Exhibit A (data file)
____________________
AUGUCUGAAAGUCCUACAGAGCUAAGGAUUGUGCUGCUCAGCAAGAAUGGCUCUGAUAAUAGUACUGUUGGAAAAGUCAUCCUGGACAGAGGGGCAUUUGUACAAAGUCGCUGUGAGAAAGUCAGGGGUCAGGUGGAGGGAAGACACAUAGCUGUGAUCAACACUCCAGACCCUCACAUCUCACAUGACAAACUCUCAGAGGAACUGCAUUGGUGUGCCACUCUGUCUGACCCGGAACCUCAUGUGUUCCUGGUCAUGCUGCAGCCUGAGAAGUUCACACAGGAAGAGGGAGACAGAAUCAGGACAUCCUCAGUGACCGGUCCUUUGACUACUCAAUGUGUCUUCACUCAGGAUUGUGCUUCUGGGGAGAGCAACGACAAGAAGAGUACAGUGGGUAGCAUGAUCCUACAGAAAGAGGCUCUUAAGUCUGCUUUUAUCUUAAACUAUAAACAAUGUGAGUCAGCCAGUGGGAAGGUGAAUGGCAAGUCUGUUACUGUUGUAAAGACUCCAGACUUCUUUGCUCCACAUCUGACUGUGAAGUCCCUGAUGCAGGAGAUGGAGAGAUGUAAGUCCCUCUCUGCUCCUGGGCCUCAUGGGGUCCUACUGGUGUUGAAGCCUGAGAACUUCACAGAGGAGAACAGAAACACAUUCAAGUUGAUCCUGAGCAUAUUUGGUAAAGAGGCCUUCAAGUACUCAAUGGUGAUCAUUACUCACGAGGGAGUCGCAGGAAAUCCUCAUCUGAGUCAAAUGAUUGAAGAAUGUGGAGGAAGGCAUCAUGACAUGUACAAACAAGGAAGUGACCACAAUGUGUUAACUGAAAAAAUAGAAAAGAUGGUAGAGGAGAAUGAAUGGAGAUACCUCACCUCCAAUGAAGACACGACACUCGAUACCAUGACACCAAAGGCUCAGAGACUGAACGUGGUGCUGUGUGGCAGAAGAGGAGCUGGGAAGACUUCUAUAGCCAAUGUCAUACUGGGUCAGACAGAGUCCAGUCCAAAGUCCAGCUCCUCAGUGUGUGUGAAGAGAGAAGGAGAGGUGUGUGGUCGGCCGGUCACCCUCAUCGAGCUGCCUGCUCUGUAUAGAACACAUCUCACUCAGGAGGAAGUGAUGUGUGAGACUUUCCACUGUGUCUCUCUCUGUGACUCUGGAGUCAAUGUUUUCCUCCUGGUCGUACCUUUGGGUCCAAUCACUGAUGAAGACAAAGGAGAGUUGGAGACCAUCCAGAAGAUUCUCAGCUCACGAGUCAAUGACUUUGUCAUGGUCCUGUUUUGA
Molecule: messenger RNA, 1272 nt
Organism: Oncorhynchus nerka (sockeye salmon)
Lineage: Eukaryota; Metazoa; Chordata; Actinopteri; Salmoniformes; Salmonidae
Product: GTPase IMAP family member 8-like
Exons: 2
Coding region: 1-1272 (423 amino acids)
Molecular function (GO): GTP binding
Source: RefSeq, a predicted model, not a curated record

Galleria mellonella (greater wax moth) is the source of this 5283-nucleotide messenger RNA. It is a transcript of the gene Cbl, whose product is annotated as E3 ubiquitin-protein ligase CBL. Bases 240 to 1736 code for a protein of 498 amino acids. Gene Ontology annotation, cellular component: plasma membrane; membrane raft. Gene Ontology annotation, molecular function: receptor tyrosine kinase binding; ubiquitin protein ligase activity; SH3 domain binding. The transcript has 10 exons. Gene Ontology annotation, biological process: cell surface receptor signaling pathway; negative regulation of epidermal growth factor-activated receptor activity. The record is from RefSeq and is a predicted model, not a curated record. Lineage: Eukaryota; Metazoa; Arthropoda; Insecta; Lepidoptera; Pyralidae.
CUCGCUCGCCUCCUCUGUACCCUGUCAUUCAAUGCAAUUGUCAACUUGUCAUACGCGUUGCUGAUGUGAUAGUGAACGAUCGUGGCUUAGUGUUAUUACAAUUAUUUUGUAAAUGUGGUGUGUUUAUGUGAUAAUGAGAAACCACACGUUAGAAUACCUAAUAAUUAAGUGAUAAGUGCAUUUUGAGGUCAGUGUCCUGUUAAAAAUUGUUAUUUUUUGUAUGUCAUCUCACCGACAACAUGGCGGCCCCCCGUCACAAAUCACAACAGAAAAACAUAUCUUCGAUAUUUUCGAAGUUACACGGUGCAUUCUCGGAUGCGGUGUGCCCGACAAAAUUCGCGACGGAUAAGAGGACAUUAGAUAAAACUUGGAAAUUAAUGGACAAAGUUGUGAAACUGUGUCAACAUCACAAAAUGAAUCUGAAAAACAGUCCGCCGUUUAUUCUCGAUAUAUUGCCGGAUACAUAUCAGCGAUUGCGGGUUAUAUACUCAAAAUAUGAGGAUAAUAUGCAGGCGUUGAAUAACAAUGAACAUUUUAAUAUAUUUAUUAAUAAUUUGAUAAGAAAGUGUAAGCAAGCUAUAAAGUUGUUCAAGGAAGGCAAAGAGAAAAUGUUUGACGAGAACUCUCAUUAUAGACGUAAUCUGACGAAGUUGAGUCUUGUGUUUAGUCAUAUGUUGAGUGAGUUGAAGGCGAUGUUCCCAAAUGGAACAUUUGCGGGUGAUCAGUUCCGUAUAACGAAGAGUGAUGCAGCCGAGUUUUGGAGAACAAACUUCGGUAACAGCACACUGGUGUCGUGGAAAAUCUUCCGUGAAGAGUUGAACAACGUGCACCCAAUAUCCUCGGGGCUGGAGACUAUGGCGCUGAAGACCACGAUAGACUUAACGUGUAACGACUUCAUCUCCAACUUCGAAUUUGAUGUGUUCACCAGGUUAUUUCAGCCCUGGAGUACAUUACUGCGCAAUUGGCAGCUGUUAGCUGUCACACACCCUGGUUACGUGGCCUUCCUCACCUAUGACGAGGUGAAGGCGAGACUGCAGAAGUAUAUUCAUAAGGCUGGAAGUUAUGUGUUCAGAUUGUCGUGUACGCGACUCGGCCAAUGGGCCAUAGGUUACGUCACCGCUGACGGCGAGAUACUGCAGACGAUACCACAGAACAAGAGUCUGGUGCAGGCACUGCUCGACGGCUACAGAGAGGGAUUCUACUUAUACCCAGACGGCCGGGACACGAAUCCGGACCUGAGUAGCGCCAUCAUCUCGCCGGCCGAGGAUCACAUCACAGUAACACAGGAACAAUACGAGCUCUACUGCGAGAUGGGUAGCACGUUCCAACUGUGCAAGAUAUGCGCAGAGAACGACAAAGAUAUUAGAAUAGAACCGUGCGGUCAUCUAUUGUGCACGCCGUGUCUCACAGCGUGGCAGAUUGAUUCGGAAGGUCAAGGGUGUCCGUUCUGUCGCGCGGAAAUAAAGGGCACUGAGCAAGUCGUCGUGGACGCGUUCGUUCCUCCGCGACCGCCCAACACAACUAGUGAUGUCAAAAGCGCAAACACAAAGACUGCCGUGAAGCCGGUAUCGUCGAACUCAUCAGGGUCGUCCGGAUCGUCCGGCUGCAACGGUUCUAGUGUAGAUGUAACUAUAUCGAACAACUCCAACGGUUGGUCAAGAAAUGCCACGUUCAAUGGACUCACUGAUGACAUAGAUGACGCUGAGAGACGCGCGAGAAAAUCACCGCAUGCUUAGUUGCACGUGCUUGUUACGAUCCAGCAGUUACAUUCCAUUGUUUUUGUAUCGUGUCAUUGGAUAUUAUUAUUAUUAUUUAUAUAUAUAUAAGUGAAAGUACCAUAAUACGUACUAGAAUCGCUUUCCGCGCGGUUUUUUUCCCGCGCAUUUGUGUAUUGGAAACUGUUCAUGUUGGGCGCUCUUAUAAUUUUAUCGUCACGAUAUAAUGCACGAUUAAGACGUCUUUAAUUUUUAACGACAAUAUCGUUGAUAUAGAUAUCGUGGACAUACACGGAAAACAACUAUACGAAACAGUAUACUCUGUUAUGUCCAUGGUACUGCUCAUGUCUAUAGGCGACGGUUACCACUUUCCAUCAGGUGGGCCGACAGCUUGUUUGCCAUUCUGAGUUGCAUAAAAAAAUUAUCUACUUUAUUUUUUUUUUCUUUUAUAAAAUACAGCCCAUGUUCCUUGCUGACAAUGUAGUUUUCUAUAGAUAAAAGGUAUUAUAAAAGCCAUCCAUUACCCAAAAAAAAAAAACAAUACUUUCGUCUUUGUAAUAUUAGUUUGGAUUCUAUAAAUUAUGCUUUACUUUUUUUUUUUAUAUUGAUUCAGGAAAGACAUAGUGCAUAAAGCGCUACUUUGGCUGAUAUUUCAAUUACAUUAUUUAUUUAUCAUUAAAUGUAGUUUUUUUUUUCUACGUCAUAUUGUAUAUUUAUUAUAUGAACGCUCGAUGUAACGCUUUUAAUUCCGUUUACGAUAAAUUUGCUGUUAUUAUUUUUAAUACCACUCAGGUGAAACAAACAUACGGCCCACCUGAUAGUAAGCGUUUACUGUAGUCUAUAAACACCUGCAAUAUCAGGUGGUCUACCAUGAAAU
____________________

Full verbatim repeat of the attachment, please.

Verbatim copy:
AUGUCUGAAAGUCCUACAGAGCUAAGGAUUGUGCUGCUCAGCAAGAAUGGCUCUGAUAAUAGUACUGUUGGAAAAGUCAUCCUGGACAGAGGGGCAUUUGUACAAAGUCGCUGUGAGAAAGUCAGGGGUCAGGUGGAGGGAAGACACAUAGCUGUGAUCAACACUCCAGACCCUCACAUCUCACAUGACAAACUCUCAGAGGAACUGCAUUGGUGUGCCACUCUGUCUGACCCGGAACCUCAUGUGUUCCUGGUCAUGCUGCAGCCUGAGAAGUUCACACAGGAAGAGGGAGACAGAAUCAGGACAUCCUCAGUGACCGGUCCUUUGACUACUCAAUGUGUCUUCACUCAGGAUUGUGCUUCUGGGGAGAGCAACGACAAGAAGAGUACAGUGGGUAGCAUGAUCCUACAGAAAGAGGCUCUUAAGUCUGCUUUUAUCUUAAACUAUAAACAAUGUGAGUCAGCCAGUGGGAAGGUGAAUGGCAAGUCUGUUACUGUUGUAAAGACUCCAGACUUCUUUGCUCCACAUCUGACUGUGAAGUCCCUGAUGCAGGAGAUGGAGAGAUGUAAGUCCCUCUCUGCUCCUGGGCCUCAUGGGGUCCUACUGGUGUUGAAGCCUGAGAACUUCACAGAGGAGAACAGAAACACAUUCAAGUUGAUCCUGAGCAUAUUUGGUAAAGAGGCCUUCAAGUACUCAAUGGUGAUCAUUACUCACGAGGGAGUCGCAGGAAAUCCUCAUCUGAGUCAAAUGAUUGAAGAAUGUGGAGGAAGGCAUCAUGACAUGUACAAACAAGGAAGUGACCACAAUGUGUUAACUGAAAAAAUAGAAAAGAUGGUAGAGGAGAAUGAAUGGAGAUACCUCACCUCCAAUGAAGACACGACACUCGAUACCAUGACACCAAAGGCUCAGAGACUGAACGUGGUGCUGUGUGGCAGAAGAGGAGCUGGGAAGACUUCUAUAGCCAAUGUCAUACUGGGUCAGACAGAGUCCAGUCCAAAGUCCAGCUCCUCAGUGUGUGUGAAGAGAGAAGGAGAGGUGUGUGGUCGGCCGGUCACCCUCAUCGAGCUGCCUGCUCUGUAUAGAACACAUCUCACUCAGGAGGAAGUGAUGUGUGAGACUUUCCACUGUGUCUCUCUCUGUGACUCUGGAGUCAAUGUUUUCCUCCUGGUCGUACCUUUGGGUCCAAUCACUGAUGAAGACAAAGGAGAGUUGGAGACCAUCCAGAAGAUUCUCAGCUCACGAGUCAAUGACUUUGUCAUGGUCCUGUUUUGA
Molecule: messenger RNA, 1272 nt
Organism: Oncorhynchus nerka (sockeye salmon)
Lineage: Eukaryota; Metazoa; Chordata; Actinopteri; Salmoniformes; Salmonidae
Product: GTPase IMAP family member 8-like
Exons: 2
Coding region: 1-1272 (423 amino acids)
Molecular function (GO): GTP binding
Source: RefSeq, a predicted model, not a curated record

Galleria mellonella (greater wax moth) is the source of this 5283-nucleotide messenger RNA. It is a transcript of the gene Cbl, whose product is annotated as E3 ubiquitin-protein ligase CBL. Bases 240 to 1736 code for a protein of 498 amino acids. Gene Ontology annotation, cellular component: plasma membrane; membrane raft. Gene Ontology annotation, molecular function: receptor tyrosine kinase binding; ubiquitin protein ligase activity; SH3 domain binding. The transcript has 10 exons. Gene Ontology annotation, biological process: cell surface receptor signaling pathway; negative regulation of epidermal growth factor-activated receptor activity. The record is from RefSeq and is a predicted model, not a curated record. Lineage: Eukaryota; Metazoa; Arthropoda; Insecta; Lepidoptera; Pyralidae.
CUCGCUCGCCUCCUCUGUACCCUGUCAUUCAAUGCAAUUGUCAACUUGUCAUACGCGUUGCUGAUGUGAUAGUGAACGAUCGUGGCUUAGUGUUAUUACAAUUAUUUUGUAAAUGUGGUGUGUUUAUGUGAUAAUGAGAAACCACACGUUAGAAUACCUAAUAAUUAAGUGAUAAGUGCAUUUUGAGGUCAGUGUCCUGUUAAAAAUUGUUAUUUUUUGUAUGUCAUCUCACCGACAACAUGGCGGCCCCCCGUCACAAAUCACAACAGAAAAACAUAUCUUCGAUAUUUUCGAAGUUACACGGUGCAUUCUCGGAUGCGGUGUGCCCGACAAAAUUCGCGACGGAUAAGAGGACAUUAGAUAAAACUUGGAAAUUAAUGGACAAAGUUGUGAAACUGUGUCAACAUCACAAAAUGAAUCUGAAAAACAGUCCGCCGUUUAUUCUCGAUAUAUUGCCGGAUACAUAUCAGCGAUUGCGGGUUAUAUACUCAAAAUAUGAGGAUAAUAUGCAGGCGUUGAAUAACAAUGAACAUUUUAAUAUAUUUAUUAAUAAUUUGAUAAGAAAGUGUAAGCAAGCUAUAAAGUUGUUCAAGGAAGGCAAAGAGAAAAUGUUUGACGAGAACUCUCAUUAUAGACGUAAUCUGACGAAGUUGAGUCUUGUGUUUAGUCAUAUGUUGAGUGAGUUGAAGGCGAUGUUCCCAAAUGGAACAUUUGCGGGUGAUCAGUUCCGUAUAACGAAGAGUGAUGCAGCCGAGUUUUGGAGAACAAACUUCGGUAACAGCACACUGGUGUCGUGGAAAAUCUUCCGUGAAGAGUUGAACAACGUGCACCCAAUAUCCUCGGGGCUGGAGACUAUGGCGCUGAAGACCACGAUAGACUUAACGUGUAACGACUUCAUCUCCAACUUCGAAUUUGAUGUGUUCACCAGGUUAUUUCAGCCCUGGAGUACAUUACUGCGCAAUUGGCAGCUGUUAGCUGUCACACACCCUGGUUACGUGGCCUUCCUCACCUAUGACGAGGUGAAGGCGAGACUGCAGAAGUAUAUUCAUAAGGCUGGAAGUUAUGUGUUCAGAUUGUCGUGUACGCGACUCGGCCAAUGGGCCAUAGGUUACGUCACCGCUGACGGCGAGAUACUGCAGACGAUACCACAGAACAAGAGUCUGGUGCAGGCACUGCUCGACGGCUACAGAGAGGGAUUCUACUUAUACCCAGACGGCCGGGACACGAAUCCGGACCUGAGUAGCGCCAUCAUCUCGCCGGCCGAGGAUCACAUCACAGUAACACAGGAACAAUACGAGCUCUACUGCGAGAUGGGUAGCACGUUCCAACUGUGCAAGAUAUGCGCAGAGAACGACAAAGAUAUUAGAAUAGAACCGUGCGGUCAUCUAUUGUGCACGCCGUGUCUCACAGCGUGGCAGAUUGAUUCGGAAGGUCAAGGGUGUCCGUUCUGUCGCGCGGAAAUAAAGGGCACUGAGCAAGUCGUCGUGGACGCGUUCGUUCCUCCGCGACCGCCCAACACAACUAGUGAUGUCAAAAGCGCAAACACAAAGACUGCCGUGAAGCCGGUAUCGUCGAACUCAUCAGGGUCGUCCGGAUCGUCCGGCUGCAACGGUUCUAGUGUAGAUGUAACUAUAUCGAACAACUCCAACGGUUGGUCAAGAAAUGCCACGUUCAAUGGACUCACUGAUGACAUAGAUGACGCUGAGAGACGCGCGAGAAAAUCACCGCAUGCUUAGUUGCACGUGCUUGUUACGAUCCAGCAGUUACAUUCCAUUGUUUUUGUAUCGUGUCAUUGGAUAUUAUUAUUAUUAUUUAUAUAUAUAUAAGUGAAAGUACCAUAAUACGUACUAGAAUCGCUUUCCGCGCGGUUUUUUUCCCGCGCAUUUGUGUAUUGGAAACUGUUCAUGUUGGGCGCUCUUAUAAUUUUAUCGUCACGAUAUAAUGCACGAUUAAGACGUCUUUAAUUUUUAACGACAAUAUCGUUGAUAUAGAUAUCGUGGACAUACACGGAAAACAACUAUACGAAACAGUAUACUCUGUUAUGUCCAUGGUACUGCUCAUGUCUAUAGGCGACGGUUACCACUUUCCAUCAGGUGGGCCGACAGCUUGUUUGCCAUUCUGAGUUGCAUAAAAAAAUUAUCUACUUUAUUUUUUUUUUCUUUUAUAAAAUACAGCCCAUGUUCCUUGCUGACAAUGUAGUUUUCUAUAGAUAAAAGGUAUUAUAAAAGCCAUCCAUUACCCAAAAAAAAAAAACAAUACUUUCGUCUUUGUAAUAUUAGUUUGGAUUCUAUAAAUUAUGCUUUACUUUUUUUUUUUAUAUUGAUUCAGGAAAGACAUAGUGCAUAAAGCGCUACUUUGGCUGAUAUUUCAAUUACAUUAUUUAUUUAUCAUUAAAUGUAGUUUUUUUUUUCUACGUCAUAUUGUAUAUUUAUUAUAUGAACGCUCGAUGUAACGCUUUUAAUUCCGUUUACGAUAAAUUUGCUGUUAUUAUUUUUAAUACCACUCAGGUGAAACAAACAUACGGCCCACCUGAUAGUAAGCGUUUACUGUAGUCUAUAAACACCUGCAAUAUCAGGUGGUCUACCAUGAAAU